Liz Swaney says her underwhelming halfpipe run wasn’t always the plan

The Olympian went on the 'Today' show to discuss her recent performance.

Liz Swaney Olympics
Elizabeth Marian Swaney, of Hungary, runs the course during the women's halfpipe qualifying at Phoenix Snow Park at the 2018 Winter Olympics. –AP Photo/Kin Cheung

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A modest run on the halfpipe wasn’t always what freestyle skier Elizabeth Swaney had in mind for her Olympic debut.

“I never had a plan to do kind of the run I did,” she told ‘Today’ hosts Savannah Guthrie and Hoda Kotb Wednesday. “I wanted to do more than that, so it wasn’t a strategy. I’ve always tried to give it my all.”

Swaney — who finished last, 24th out of 24, in the women’s halfpipe qualifying round — made headlines for her daringly tentative approach to the event. Executing only the most basic of moves, the 33-year-old scored a 31.40 on a 100-point scale.


Swaney insists, however, her low marks are by no means reflective of a lackadaisical approach to the sport.

“I actually always try to give my best in the halfpipe,” she told Guthrie and Kotb. “I’m always trying to work on my skiing.”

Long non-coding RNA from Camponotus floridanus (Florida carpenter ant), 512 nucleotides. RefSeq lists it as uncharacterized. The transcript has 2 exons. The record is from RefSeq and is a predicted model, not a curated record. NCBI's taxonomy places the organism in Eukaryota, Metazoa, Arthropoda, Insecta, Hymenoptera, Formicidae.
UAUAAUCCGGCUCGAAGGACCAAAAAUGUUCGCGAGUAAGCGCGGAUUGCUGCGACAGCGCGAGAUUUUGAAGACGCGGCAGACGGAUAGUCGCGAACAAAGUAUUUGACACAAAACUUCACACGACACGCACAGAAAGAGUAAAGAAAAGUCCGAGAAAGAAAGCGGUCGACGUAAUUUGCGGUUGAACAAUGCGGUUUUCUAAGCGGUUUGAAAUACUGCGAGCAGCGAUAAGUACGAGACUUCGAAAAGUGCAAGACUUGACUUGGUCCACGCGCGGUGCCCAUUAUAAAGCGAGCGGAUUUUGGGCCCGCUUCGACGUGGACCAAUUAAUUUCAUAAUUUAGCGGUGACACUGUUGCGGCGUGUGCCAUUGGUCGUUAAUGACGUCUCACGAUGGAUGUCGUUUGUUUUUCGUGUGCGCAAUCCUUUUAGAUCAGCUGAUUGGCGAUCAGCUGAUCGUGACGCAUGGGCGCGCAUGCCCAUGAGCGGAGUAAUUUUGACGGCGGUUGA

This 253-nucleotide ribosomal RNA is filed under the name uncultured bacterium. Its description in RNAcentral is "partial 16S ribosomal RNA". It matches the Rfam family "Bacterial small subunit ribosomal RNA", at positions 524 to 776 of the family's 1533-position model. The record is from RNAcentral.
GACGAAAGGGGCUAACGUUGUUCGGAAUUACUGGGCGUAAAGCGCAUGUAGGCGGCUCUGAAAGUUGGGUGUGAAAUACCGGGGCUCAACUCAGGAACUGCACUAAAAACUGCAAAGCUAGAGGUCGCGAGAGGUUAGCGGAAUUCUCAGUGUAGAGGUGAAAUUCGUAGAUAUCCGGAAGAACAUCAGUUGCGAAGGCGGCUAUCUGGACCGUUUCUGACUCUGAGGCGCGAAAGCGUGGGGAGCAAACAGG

The California native of Hungarian descent explained how she performs a variety of tricks — including front flips, back flips, and 540- and 720-degree rotations — on water ramps, with hopes of integrating those elements into her freestyle routine.

But she’s not quite there yet.

“The goal has always been to hopefully incorporate those into the halfpipe,” she said. “I’m just not comfortable landing the water tricks on snow. I’m trying to figure out a way to cross that bridge.”

Although she seemingly understands her performance pales in comparison to those of her competitors, Swaney also finds it a bit odd that people are criticizing her for doing no tricks.

“I actually did three tricks my second run: two alley-oops — one on the right wall, one of the left wall — and a 360 at the end, riding switch out,” she clarified. “So it’s a little strange to hear that I did one trick or zero tricks.”


Even so, Swaney said she takes every piece of feedback in stride.

“I try to take every comment, whether it’s positive or negative, and build that into my life as something constructive that I can work on,” she said.


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